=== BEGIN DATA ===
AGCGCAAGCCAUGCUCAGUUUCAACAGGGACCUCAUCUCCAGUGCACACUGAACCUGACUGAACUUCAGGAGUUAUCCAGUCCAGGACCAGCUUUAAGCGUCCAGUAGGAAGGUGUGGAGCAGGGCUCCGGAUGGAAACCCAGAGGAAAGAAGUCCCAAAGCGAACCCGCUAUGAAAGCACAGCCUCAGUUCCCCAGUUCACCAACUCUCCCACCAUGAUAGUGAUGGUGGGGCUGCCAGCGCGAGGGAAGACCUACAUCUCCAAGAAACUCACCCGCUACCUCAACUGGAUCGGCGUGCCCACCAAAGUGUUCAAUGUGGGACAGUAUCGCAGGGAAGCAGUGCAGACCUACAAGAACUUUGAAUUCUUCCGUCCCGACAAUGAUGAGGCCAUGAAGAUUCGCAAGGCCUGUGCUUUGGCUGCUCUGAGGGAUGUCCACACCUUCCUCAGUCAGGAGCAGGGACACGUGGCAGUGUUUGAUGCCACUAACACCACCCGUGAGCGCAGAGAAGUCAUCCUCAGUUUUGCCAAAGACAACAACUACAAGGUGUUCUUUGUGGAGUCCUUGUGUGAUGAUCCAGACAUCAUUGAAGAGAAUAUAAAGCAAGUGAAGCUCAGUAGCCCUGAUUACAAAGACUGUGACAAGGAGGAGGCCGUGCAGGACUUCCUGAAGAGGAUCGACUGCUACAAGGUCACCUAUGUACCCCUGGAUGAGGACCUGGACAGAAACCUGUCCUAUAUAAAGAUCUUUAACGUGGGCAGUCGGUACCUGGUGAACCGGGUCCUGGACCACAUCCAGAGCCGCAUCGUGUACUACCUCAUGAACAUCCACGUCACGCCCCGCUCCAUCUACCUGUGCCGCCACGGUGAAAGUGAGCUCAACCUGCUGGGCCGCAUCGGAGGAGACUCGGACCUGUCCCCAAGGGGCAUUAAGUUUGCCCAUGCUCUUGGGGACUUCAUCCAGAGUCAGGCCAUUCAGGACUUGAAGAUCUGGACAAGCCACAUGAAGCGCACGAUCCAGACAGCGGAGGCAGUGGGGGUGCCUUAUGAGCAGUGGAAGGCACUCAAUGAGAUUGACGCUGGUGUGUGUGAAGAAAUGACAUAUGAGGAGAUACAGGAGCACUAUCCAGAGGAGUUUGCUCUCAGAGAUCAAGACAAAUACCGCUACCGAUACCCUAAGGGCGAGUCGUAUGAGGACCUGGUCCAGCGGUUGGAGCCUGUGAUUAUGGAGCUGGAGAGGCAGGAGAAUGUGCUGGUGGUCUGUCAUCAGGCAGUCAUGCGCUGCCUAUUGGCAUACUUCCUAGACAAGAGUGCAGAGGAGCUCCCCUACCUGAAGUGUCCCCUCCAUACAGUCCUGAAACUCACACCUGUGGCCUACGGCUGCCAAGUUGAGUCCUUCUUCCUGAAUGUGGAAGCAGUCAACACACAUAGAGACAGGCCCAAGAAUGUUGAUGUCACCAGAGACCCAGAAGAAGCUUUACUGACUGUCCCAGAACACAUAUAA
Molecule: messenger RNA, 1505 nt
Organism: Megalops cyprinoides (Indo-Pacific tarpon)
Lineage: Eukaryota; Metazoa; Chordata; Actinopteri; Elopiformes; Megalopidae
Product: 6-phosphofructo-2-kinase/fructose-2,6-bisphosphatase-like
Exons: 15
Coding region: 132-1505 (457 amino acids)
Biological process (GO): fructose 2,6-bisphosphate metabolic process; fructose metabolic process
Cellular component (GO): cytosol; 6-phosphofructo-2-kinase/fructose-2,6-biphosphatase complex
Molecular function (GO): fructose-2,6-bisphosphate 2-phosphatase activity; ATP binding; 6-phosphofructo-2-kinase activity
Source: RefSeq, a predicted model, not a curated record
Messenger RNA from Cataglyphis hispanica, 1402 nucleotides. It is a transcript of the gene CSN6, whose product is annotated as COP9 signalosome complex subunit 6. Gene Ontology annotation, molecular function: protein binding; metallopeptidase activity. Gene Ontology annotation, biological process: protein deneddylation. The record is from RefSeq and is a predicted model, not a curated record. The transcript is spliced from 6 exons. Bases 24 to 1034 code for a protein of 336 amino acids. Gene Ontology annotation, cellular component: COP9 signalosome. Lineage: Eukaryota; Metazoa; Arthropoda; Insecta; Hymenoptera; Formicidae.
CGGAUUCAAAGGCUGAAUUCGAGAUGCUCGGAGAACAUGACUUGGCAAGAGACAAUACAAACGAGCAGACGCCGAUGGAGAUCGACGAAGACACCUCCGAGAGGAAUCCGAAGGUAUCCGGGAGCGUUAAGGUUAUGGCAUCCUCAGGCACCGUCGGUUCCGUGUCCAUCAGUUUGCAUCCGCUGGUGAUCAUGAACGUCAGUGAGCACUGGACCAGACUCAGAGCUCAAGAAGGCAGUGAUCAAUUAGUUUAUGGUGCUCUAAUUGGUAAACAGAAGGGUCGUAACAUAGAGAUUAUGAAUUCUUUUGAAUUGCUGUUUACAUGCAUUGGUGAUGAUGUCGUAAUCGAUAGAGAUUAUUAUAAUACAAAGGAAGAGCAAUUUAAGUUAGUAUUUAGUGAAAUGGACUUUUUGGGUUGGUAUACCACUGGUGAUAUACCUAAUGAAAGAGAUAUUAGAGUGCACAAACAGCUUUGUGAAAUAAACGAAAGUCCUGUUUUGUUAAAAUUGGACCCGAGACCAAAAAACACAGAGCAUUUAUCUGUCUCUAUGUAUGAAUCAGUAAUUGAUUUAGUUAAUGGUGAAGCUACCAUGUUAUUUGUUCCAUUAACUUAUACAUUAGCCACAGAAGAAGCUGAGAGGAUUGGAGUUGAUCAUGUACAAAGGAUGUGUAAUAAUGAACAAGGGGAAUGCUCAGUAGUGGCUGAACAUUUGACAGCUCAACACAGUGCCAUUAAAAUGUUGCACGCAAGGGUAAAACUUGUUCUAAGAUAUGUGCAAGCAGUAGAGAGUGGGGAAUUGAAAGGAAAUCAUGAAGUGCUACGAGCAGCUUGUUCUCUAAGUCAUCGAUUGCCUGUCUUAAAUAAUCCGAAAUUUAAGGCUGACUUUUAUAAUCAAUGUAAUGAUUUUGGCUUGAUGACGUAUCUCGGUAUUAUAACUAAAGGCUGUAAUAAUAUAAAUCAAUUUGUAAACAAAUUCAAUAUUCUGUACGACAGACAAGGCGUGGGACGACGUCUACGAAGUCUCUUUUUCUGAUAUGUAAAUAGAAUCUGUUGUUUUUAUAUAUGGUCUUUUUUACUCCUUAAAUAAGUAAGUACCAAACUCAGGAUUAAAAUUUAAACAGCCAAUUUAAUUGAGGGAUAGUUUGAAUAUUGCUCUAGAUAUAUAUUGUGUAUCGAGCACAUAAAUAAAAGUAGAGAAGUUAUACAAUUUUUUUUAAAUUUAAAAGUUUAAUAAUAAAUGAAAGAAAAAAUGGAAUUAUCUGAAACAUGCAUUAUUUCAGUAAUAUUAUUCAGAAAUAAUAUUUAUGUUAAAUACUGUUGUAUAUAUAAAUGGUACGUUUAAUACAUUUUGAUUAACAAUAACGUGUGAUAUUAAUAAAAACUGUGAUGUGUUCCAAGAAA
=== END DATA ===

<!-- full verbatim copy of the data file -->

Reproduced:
AGCGCAAGCCAUGCUCAGUUUCAACAGGGACCUCAUCUCCAGUGCACACUGAACCUGACUGAACUUCAGGAGUUAUCCAGUCCAGGACCAGCUUUAAGCGUCCAGUAGGAAGGUGUGGAGCAGGGCUCCGGAUGGAAACCCAGAGGAAAGAAGUCCCAAAGCGAACCCGCUAUGAAAGCACAGCCUCAGUUCCCCAGUUCACCAACUCUCCCACCAUGAUAGUGAUGGUGGGGCUGCCAGCGCGAGGGAAGACCUACAUCUCCAAGAAACUCACCCGCUACCUCAACUGGAUCGGCGUGCCCACCAAAGUGUUCAAUGUGGGACAGUAUCGCAGGGAAGCAGUGCAGACCUACAAGAACUUUGAAUUCUUCCGUCCCGACAAUGAUGAGGCCAUGAAGAUUCGCAAGGCCUGUGCUUUGGCUGCUCUGAGGGAUGUCCACACCUUCCUCAGUCAGGAGCAGGGACACGUGGCAGUGUUUGAUGCCACUAACACCACCCGUGAGCGCAGAGAAGUCAUCCUCAGUUUUGCCAAAGACAACAACUACAAGGUGUUCUUUGUGGAGUCCUUGUGUGAUGAUCCAGACAUCAUUGAAGAGAAUAUAAAGCAAGUGAAGCUCAGUAGCCCUGAUUACAAAGACUGUGACAAGGAGGAGGCCGUGCAGGACUUCCUGAAGAGGAUCGACUGCUACAAGGUCACCUAUGUACCCCUGGAUGAGGACCUGGACAGAAACCUGUCCUAUAUAAAGAUCUUUAACGUGGGCAGUCGGUACCUGGUGAACCGGGUCCUGGACCACAUCCAGAGCCGCAUCGUGUACUACCUCAUGAACAUCCACGUCACGCCCCGCUCCAUCUACCUGUGCCGCCACGGUGAAAGUGAGCUCAACCUGCUGGGCCGCAUCGGAGGAGACUCGGACCUGUCCCCAAGGGGCAUUAAGUUUGCCCAUGCUCUUGGGGACUUCAUCCAGAGUCAGGCCAUUCAGGACUUGAAGAUCUGGACAAGCCACAUGAAGCGCACGAUCCAGACAGCGGAGGCAGUGGGGGUGCCUUAUGAGCAGUGGAAGGCACUCAAUGAGAUUGACGCUGGUGUGUGUGAAGAAAUGACAUAUGAGGAGAUACAGGAGCACUAUCCAGAGGAGUUUGCUCUCAGAGAUCAAGACAAAUACCGCUACCGAUACCCUAAGGGCGAGUCGUAUGAGGACCUGGUCCAGCGGUUGGAGCCUGUGAUUAUGGAGCUGGAGAGGCAGGAGAAUGUGCUGGUGGUCUGUCAUCAGGCAGUCAUGCGCUGCCUAUUGGCAUACUUCCUAGACAAGAGUGCAGAGGAGCUCCCCUACCUGAAGUGUCCCCUCCAUACAGUCCUGAAACUCACACCUGUGGCCUACGGCUGCCAAGUUGAGUCCUUCUUCCUGAAUGUGGAAGCAGUCAACACACAUAGAGACAGGCCCAAGAAUGUUGAUGUCACCAGAGACCCAGAAGAAGCUUUACUGACUGUCCCAGAACACAUAUAA
Molecule: messenger RNA, 1505 nt
Organism: Megalops cyprinoides (Indo-Pacific tarpon)
Lineage: Eukaryota; Metazoa; Chordata; Actinopteri; Elopiformes; Megalopidae
Product: 6-phosphofructo-2-kinase/fructose-2,6-bisphosphatase-like
Exons: 15
Coding region: 132-1505 (457 amino acids)
Biological process (GO): fructose 2,6-bisphosphate metabolic process; fructose metabolic process
Cellular component (GO): cytosol; 6-phosphofructo-2-kinase/fructose-2,6-biphosphatase complex
Molecular function (GO): fructose-2,6-bisphosphate 2-phosphatase activity; ATP binding; 6-phosphofructo-2-kinase activity
Source: RefSeq, a predicted model, not a curated record
Messenger RNA from Cataglyphis hispanica, 1402 nucleotides. It is a transcript of the gene CSN6, whose product is annotated as COP9 signalosome complex subunit 6. Gene Ontology annotation, molecular function: protein binding; metallopeptidase activity. Gene Ontology annotation, biological process: protein deneddylation. The record is from RefSeq and is a predicted model, not a curated record. The transcript is spliced from 6 exons. Bases 24 to 1034 code for a protein of 336 amino acids. Gene Ontology annotation, cellular component: COP9 signalosome. Lineage: Eukaryota; Metazoa; Arthropoda; Insecta; Hymenoptera; Formicidae.
CGGAUUCAAAGGCUGAAUUCGAGAUGCUCGGAGAACAUGACUUGGCAAGAGACAAUACAAACGAGCAGACGCCGAUGGAGAUCGACGAAGACACCUCCGAGAGGAAUCCGAAGGUAUCCGGGAGCGUUAAGGUUAUGGCAUCCUCAGGCACCGUCGGUUCCGUGUCCAUCAGUUUGCAUCCGCUGGUGAUCAUGAACGUCAGUGAGCACUGGACCAGACUCAGAGCUCAAGAAGGCAGUGAUCAAUUAGUUUAUGGUGCUCUAAUUGGUAAACAGAAGGGUCGUAACAUAGAGAUUAUGAAUUCUUUUGAAUUGCUGUUUACAUGCAUUGGUGAUGAUGUCGUAAUCGAUAGAGAUUAUUAUAAUACAAAGGAAGAGCAAUUUAAGUUAGUAUUUAGUGAAAUGGACUUUUUGGGUUGGUAUACCACUGGUGAUAUACCUAAUGAAAGAGAUAUUAGAGUGCACAAACAGCUUUGUGAAAUAAACGAAAGUCCUGUUUUGUUAAAAUUGGACCCGAGACCAAAAAACACAGAGCAUUUAUCUGUCUCUAUGUAUGAAUCAGUAAUUGAUUUAGUUAAUGGUGAAGCUACCAUGUUAUUUGUUCCAUUAACUUAUACAUUAGCCACAGAAGAAGCUGAGAGGAUUGGAGUUGAUCAUGUACAAAGGAUGUGUAAUAAUGAACAAGGGGAAUGCUCAGUAGUGGCUGAACAUUUGACAGCUCAACACAGUGCCAUUAAAAUGUUGCACGCAAGGGUAAAACUUGUUCUAAGAUAUGUGCAAGCAGUAGAGAGUGGGGAAUUGAAAGGAAAUCAUGAAGUGCUACGAGCAGCUUGUUCUCUAAGUCAUCGAUUGCCUGUCUUAAAUAAUCCGAAAUUUAAGGCUGACUUUUAUAAUCAAUGUAAUGAUUUUGGCUUGAUGACGUAUCUCGGUAUUAUAACUAAAGGCUGUAAUAAUAUAAAUCAAUUUGUAAACAAAUUCAAUAUUCUGUACGACAGACAAGGCGUGGGACGACGUCUACGAAGUCUCUUUUUCUGAUAUGUAAAUAGAAUCUGUUGUUUUUAUAUAUGGUCUUUUUUACUCCUUAAAUAAGUAAGUACCAAACUCAGGAUUAAAAUUUAAACAGCCAAUUUAAUUGAGGGAUAGUUUGAAUAUUGCUCUAGAUAUAUAUUGUGUAUCGAGCACAUAAAUAAAAGUAGAGAAGUUAUACAAUUUUUUUUAAAUUUAAAAGUUUAAUAAUAAAUGAAAGAAAAAAUGGAAUUAUCUGAAACAUGCAUUAUUUCAGUAAUAUUAUUCAGAAAUAAUAUUUAUGUUAAAUACUGUUGUAUAUAUAAAUGGUACGUUUAAUACAUUUUGAUUAACAAUAACGUGUGAUAUUAAUAAAAACUGUGAUGUGUUCCAAGAAA